Scott Cooper/ USA/ 2017/ 135 mins
At Filmhouse Cinema, Edinburgh from Fri 5 Jan 2018
The Western has rarely been in ruder health. A willingness to address and revise the standard myths of the Old West has led to a resurgence in a genre that had been considered moribund. Since, arguably Unforgiven, filmmakers have looked at the western as a way of examining ideas such as race, masculinity, morality and America’s place in the World within a specific framework using tropes familiar to anyone with a cursory knowledge of film. Scott Cooper is the latest to saddle up in a brutal, full-blooded, but agonisingly earnest tale of a cavalry officer tasked with escorting a dying Cheyenne chief back home.
Cooper’s leading man in Out of the Furnace, Christian Bale brings his customary glowering intensity to his role as Joseph Blocker, a veteran of numerous conflicts, who has “claimed more scalps than Sitting Bull himself”, and who hates Native Americans with the force of a thousand suns. He takes his orders with ill grace and soon has Yellow Hawk (Wes Studi) and his family in chains. On the way to Montana they come across a grieving and traumatised Rosalie Quaid (Rosamund Pike), whose husband and three children are massacred by Comanche raiders in an unspeakably upsetting prologue. This display of savagery is counterpointed in Bale’s introduction as he treats indigenous captives in similar fashion. It’s both even and heavy-handed, and sets the tone for a worthy but occasionally leaden story.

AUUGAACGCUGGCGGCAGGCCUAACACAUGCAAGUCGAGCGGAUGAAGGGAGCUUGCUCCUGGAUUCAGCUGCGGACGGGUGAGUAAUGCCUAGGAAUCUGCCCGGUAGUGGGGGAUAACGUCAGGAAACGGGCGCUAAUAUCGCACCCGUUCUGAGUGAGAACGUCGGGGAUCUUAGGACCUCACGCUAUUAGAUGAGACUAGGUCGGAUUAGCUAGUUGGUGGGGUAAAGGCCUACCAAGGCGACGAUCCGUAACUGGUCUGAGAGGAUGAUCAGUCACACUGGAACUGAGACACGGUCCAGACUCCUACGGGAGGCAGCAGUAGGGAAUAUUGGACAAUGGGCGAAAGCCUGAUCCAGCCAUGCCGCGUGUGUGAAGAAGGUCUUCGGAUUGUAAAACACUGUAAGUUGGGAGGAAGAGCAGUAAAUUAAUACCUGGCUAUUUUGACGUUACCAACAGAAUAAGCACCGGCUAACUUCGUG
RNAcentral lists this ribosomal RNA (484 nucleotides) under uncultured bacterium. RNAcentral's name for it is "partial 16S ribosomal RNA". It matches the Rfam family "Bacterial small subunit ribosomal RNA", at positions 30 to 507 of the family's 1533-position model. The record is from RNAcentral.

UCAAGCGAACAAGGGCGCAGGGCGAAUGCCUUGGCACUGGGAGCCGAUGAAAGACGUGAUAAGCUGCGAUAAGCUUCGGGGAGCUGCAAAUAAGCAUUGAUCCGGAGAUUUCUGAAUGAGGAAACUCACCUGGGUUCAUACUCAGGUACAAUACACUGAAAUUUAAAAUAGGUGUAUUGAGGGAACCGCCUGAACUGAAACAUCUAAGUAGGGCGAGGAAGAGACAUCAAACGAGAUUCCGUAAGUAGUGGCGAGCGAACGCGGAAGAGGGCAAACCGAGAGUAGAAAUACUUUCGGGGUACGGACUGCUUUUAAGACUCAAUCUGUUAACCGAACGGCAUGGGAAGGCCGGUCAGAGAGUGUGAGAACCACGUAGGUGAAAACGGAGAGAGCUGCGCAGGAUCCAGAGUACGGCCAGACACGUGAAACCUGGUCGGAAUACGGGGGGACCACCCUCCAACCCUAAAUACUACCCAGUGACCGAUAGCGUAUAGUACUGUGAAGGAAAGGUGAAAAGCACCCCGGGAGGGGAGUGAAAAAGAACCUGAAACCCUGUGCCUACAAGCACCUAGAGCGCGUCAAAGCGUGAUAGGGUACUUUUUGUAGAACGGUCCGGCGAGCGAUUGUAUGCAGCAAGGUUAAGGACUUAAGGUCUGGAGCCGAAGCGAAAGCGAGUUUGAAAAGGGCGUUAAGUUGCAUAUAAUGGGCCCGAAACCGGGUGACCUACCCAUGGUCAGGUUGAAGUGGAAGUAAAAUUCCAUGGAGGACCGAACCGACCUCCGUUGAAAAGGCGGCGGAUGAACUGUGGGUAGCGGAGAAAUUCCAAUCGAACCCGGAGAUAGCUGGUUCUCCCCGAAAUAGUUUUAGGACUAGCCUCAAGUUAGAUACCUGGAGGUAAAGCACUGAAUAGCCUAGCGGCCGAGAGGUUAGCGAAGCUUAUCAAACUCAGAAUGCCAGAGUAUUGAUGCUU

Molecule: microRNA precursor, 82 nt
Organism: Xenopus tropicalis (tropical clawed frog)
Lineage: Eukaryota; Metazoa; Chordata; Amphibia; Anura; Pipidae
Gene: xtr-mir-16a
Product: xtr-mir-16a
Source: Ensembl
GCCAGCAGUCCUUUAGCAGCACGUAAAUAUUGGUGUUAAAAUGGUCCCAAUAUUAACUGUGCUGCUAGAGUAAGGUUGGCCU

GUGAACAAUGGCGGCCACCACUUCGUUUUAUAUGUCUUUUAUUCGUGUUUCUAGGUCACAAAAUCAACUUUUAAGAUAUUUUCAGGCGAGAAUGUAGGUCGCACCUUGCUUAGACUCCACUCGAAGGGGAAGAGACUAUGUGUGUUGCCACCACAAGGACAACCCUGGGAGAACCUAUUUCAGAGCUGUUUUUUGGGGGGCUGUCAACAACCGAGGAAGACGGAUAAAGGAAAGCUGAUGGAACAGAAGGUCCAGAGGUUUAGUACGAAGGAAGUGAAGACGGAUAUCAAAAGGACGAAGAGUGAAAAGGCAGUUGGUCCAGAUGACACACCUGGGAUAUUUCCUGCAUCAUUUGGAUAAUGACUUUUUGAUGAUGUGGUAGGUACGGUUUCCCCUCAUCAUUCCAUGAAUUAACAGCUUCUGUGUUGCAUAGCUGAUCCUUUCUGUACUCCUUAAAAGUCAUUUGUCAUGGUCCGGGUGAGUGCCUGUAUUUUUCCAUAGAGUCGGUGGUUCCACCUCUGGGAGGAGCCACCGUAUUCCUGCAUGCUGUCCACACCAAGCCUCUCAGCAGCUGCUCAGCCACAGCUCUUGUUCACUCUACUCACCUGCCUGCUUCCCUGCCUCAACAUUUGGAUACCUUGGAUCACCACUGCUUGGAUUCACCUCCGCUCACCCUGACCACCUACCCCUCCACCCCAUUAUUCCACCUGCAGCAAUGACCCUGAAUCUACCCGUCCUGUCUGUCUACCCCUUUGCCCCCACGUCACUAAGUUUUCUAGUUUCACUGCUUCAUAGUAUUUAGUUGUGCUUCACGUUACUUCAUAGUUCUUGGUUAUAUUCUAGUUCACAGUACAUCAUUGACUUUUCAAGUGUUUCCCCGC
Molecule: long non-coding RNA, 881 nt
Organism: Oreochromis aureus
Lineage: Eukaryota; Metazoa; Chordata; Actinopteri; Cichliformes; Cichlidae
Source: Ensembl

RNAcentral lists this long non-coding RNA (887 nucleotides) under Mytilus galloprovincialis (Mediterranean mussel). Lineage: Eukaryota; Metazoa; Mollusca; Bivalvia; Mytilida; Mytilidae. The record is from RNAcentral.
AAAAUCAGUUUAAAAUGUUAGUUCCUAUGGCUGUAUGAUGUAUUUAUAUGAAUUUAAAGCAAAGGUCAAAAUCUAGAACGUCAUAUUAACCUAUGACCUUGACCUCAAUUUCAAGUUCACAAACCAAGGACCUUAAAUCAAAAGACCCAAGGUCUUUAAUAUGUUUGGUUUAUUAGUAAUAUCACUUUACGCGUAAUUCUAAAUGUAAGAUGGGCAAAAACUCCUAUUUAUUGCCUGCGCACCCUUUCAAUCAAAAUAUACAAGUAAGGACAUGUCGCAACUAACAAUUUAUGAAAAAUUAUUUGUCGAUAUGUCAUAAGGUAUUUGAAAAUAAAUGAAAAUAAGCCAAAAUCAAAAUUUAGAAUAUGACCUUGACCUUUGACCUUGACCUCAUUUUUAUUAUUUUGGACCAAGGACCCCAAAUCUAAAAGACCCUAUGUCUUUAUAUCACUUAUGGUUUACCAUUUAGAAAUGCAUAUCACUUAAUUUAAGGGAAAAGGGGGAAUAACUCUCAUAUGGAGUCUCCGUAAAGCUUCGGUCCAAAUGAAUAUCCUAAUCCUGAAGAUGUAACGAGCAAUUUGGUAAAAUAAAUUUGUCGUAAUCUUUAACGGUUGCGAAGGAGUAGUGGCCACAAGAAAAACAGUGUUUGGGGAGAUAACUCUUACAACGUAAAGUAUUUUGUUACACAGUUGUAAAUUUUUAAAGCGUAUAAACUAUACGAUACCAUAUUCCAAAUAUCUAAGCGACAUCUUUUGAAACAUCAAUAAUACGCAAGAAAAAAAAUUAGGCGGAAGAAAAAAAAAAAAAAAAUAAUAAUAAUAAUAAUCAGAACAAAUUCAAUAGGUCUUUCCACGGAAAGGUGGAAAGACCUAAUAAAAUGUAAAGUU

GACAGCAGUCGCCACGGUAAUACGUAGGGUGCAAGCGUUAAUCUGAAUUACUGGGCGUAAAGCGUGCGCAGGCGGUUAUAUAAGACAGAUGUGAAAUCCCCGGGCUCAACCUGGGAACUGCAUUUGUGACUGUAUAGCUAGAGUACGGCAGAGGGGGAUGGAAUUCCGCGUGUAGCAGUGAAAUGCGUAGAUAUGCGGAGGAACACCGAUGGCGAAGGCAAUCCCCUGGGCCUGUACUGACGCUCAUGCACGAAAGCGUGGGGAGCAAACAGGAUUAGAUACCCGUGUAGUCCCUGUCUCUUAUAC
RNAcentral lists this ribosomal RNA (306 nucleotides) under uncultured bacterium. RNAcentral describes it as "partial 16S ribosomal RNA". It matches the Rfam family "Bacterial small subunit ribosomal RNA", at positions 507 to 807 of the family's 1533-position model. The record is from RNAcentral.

Pike’s introduction to the gang leads to the expected thawing in relations between the soldiers and Cheyenne, especially as occasional skirmishes with the Comanche necessitate the removal of their shackles. She matches Bale easily and the central journey can be seen as a metaphor for the pair coming to terms with trauma. For all the modern, liberal sensibilities Cooper brings to his story however, it is very much told through a white lens. Studi is given little to do except look noble and occasionally offer sage mutterings; precisely the kind of patronising stereotyping you would think Cooper would be at pains to avoid. His family fare no better, serving as mere plot fodder such as a kidnapping by fur trappers rather than as rounded characters. This is an almost unforgivable marginalisation given the film’s central message of equality.
The film’s great length also makes the thousand-mile trudge feel almost in real time on occasions. It necessitates the addition of great character actors like Peter Mullan and Ben Foster in extended cameos to add some gold amidst the grit. They certainly enliven proceedings, adding further grist to the philosophical mill, yet wrest further screen time from Studi and family.
That isn’t to say that Hostiles is a failure. There is much to admire, particularly in the performances and the ravishing vistas filmed by Masanobu Takayanagi. It requires a certain fortitude to get the most from it, and as such it’s easy to predict it may not be an overwhelming success at the box office. However, it’s just about worth it, for all the evident flaws.